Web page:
Thankfully my biology teacher who, was most probably working with the best medical knowledge and theories we had at the time, was wrong: (https://goo.gl/kXoYxy). Even more thankfully my coffee drinking habits and battles to fight the need for sleep prepared me for the digital age ahead of those of my generation.

We live in times when something extraordinary has happened. The secret world of the brain is being made visible without having to resort to crude methods like craniotomies and electrodes (http://goo.gl/f7WvkC) and the brain as neuroscientist, Christopher deCharms, says is revealing itself to us and, even more importantly, allows us to learn how to control it better. When we can control our brain, we can control our pain (https://goo.gl/49Tw8W) he says and that in itself is an important development.

If our brains evolved to control movement (https://goo.gl/it8PnQ). The one way we have of controlling the world around us. Controlling our sense of pain allows us to unfurl dimensions of interaction that go beyond our sense of comfort and discomfort. Suddenly of all the living things on planet earth we become something more. Something greater. Capable of rewiring ourselves: https://goo.gl/XOo1h0. Producing a better version of who we are because we can rewrite our own mental code.

Surprisingly (or perhaps not so surprising) what we are learning now about the brain suggests that the tightly-knit communities of the past which venerated age as wisdom and used it as a valuable resource for the tribe may not have been wrong after all: http://goo.gl/r5w7pv.

Our brains, used now as a model for machine learning to program neural nets to function a little like us, are revealing themselves not just for what they can learn but also what they unlearn as they do so: http://goo.gl/FGDy0Q.

Our brains use an internal language we have yet to crack, to decide just how to decode what we perceive: http://goo.gl/b0mU3S. There is a strong sense that we use our brains not just to understand the world and control our environment but also to control ourselves at a deep, cognitive level: http://goo.gl/jRzmWn and the ability of the brain to do that, apparently, does not depend directly on size as much as may think it does: http://goo.gl/iU9rCd.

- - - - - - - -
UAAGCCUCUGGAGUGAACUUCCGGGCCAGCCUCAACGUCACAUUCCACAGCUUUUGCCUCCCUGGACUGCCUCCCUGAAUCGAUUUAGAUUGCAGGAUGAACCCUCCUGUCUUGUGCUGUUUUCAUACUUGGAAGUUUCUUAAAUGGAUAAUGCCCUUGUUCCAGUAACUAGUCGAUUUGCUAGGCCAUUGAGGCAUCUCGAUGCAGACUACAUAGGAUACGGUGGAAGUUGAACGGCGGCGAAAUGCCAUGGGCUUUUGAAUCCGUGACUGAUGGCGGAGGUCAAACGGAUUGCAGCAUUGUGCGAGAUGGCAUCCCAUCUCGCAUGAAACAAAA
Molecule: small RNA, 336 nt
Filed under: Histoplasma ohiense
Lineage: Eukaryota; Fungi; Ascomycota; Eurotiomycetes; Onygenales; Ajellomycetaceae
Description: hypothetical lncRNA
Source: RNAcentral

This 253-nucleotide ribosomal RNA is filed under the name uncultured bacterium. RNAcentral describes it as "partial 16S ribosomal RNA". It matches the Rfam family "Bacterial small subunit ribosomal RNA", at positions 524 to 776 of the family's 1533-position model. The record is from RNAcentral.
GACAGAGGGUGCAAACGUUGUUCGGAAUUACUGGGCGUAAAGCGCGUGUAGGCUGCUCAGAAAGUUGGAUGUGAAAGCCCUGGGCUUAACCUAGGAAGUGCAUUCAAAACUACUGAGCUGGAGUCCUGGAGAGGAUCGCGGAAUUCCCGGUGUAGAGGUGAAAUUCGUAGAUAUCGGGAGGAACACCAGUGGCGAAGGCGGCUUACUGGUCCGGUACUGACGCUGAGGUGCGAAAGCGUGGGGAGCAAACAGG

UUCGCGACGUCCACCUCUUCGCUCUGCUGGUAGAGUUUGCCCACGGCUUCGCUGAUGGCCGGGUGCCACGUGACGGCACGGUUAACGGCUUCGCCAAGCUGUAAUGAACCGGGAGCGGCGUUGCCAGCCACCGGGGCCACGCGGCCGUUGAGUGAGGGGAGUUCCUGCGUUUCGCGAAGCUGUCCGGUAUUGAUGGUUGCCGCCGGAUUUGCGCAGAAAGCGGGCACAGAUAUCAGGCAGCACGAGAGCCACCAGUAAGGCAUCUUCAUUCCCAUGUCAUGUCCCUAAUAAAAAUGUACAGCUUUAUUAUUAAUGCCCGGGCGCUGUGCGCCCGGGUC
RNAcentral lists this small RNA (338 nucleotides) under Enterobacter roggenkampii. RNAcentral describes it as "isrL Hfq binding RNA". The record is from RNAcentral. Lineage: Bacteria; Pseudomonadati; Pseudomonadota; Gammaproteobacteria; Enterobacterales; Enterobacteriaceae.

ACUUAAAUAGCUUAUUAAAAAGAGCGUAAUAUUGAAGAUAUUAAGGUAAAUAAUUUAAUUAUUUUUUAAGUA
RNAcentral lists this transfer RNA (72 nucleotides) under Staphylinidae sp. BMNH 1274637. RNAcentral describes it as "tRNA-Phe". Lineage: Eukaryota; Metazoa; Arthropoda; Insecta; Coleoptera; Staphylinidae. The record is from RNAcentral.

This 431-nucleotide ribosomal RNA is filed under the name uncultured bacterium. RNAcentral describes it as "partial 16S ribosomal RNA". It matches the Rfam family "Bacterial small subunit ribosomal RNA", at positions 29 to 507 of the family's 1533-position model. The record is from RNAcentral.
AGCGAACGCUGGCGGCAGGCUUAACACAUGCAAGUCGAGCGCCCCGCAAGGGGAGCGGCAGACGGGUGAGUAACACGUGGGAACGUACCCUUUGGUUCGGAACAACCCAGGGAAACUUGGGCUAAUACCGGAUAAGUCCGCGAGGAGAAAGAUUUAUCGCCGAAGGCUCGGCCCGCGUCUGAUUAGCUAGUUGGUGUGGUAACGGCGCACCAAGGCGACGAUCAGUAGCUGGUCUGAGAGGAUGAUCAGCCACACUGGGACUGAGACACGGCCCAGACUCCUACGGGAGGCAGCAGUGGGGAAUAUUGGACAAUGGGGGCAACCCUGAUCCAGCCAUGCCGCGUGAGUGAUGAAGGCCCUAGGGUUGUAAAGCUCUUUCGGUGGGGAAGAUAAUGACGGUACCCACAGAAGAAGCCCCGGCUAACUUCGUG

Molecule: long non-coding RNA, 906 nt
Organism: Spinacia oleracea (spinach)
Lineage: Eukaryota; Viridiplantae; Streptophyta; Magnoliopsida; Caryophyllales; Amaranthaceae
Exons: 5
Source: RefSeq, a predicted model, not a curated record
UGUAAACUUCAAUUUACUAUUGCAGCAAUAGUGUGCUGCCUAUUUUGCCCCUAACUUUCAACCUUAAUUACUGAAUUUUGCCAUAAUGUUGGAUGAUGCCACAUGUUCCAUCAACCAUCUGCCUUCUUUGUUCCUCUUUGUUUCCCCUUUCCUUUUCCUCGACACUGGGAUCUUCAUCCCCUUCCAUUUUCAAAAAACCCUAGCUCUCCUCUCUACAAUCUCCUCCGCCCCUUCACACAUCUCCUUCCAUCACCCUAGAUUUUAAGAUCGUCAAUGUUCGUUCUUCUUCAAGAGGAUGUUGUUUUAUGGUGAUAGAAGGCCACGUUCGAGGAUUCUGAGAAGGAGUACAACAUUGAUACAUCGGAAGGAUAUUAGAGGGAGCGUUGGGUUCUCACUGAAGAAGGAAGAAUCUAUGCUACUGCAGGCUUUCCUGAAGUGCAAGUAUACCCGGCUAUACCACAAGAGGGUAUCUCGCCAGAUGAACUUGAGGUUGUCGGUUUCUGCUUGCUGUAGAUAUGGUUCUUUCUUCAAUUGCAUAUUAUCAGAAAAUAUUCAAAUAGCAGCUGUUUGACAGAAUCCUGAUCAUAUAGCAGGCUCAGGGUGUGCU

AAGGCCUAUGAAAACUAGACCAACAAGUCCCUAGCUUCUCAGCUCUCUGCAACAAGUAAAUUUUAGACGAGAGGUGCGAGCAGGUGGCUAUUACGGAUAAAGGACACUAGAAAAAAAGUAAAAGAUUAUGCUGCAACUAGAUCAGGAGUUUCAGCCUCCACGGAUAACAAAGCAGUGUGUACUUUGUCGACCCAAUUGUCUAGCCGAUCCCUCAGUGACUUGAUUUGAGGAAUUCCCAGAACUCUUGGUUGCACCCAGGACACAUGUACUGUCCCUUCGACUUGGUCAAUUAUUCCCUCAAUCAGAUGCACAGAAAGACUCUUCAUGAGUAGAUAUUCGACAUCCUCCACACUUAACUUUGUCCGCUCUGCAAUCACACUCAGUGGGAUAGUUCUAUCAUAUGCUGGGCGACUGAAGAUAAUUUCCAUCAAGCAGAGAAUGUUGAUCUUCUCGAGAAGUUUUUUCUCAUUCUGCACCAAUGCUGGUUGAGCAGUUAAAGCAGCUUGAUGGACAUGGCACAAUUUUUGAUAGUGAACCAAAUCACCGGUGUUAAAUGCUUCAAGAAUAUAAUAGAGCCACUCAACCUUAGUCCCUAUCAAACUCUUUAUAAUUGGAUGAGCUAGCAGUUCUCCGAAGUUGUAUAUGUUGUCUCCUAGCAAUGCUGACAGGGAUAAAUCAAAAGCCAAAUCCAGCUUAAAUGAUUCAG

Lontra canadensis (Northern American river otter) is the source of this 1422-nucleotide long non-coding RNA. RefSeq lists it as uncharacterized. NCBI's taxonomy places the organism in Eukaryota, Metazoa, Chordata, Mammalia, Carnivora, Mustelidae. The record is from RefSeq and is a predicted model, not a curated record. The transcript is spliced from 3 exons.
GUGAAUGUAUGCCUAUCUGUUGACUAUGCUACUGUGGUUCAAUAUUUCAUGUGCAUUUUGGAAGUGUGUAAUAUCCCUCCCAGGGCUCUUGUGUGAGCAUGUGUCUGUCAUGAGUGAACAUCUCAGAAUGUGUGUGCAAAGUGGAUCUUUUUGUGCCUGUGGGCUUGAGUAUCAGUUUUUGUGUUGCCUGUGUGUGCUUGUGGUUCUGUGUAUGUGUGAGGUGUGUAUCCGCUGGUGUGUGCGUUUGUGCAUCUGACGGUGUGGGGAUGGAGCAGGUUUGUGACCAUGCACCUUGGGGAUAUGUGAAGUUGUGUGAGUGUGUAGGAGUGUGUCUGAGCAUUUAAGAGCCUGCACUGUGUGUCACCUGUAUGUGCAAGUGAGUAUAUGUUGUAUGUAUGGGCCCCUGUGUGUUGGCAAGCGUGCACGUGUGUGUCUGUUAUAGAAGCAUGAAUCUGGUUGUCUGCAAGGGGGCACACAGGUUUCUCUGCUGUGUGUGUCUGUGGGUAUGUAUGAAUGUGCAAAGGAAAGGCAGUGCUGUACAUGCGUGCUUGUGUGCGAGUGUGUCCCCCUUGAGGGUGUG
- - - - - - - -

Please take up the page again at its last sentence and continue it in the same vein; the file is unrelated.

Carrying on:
As we look at the world through an increased understanding of the mechanics of the governor behind our eyes, two things begin to happen. First, we begin to better understand and then scientifically codify our own behavior: http://goo.gl/iLZnSa, especially in the digital age. And then we begin to understand that the consciousness we feel, the ability we have to impose a complex metalayer of meaning upon the world we belong to, is itself an emergent phenomenon arising out of the complex organization of information: https://goo.gl/B4yz5o (link courtesy of +Ron Serina).

For the first time ever, any of us, can understand the software that runs inside our heads (https://goo.gl/HByJH) and, at the same time rewire the hardware itruns on. This makes us, impossibly enough, responsible for our own creation. Descartes’ existential assertion based upon his perception of cognitive awareness: https://goo.gl/QGAu0q is now not only not quite as far-fetched but also can be taken one step further: We are what we think. Or rather we are how we think.

And that is actually pretty terrifying as a thought because it lays upon our feet the responsibility for everything we see: the faults and miracles of our world. Its insanity and its wonders. Its stupidity and brilliance. We are responsible for the sense of us: http://goo.gl/ed7F4d. And that means that for whatever we perceive as being broken we are responsible for finding a solution to fix it.

All that requires, of course, plenty of coffee and a little bit of sugar. Some croissants and a donut or two, Cookies and some chocolate cake, pleasures which, apparently can only be experienced by a conscious brain (http://goo.gl/asW4H4). Have an awesome Sunday wherever you are.

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Applies to learning any life skill. Humans are not "cookie-cut"!
 
Students need different kinds of stimulation, and they should seek opportunities they’re interested in because no one thing is going to be the winning formula for everyone.
When you want to improve your physical health, you don’t have to eat one specific type of food or exercise in a specific way. Rather, you need an appropriate mix of healthy foods and exercise -- no one thing is required. Different types of exercise and foods are in some sense interchangeable. What matters is that you get the appropriate dose. Could this common idea from health translate into the world of education?
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Applies to design of all kinds. As you say, "Humans are not cookie-cut."!!!
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dawn ahukanna

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Cut out unproductive meetings.
 
Be more focused, have fewer meetings—and then go home early. It sounds like a dream, but it can work.
Be more focused, have fewer meetingsand then go home early. It sounds like a dream, but it can work.
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How Swede it is!
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All essentials taken care of.
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"Are you labeled groceries?" - DWL
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They are not the only ones! What about the languages that use "half" backwards e.g.
One, Two, Three, Four, Half of Ten - Wait, What???
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All I'm thinking is "what if the motor breaks down?"
Ha ha ha ha.

Via +Visnja Zeljeznjak
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Software Alchemist - Turning base code into precious applications. Devsigner == 'Dev'eveloper + De'signer'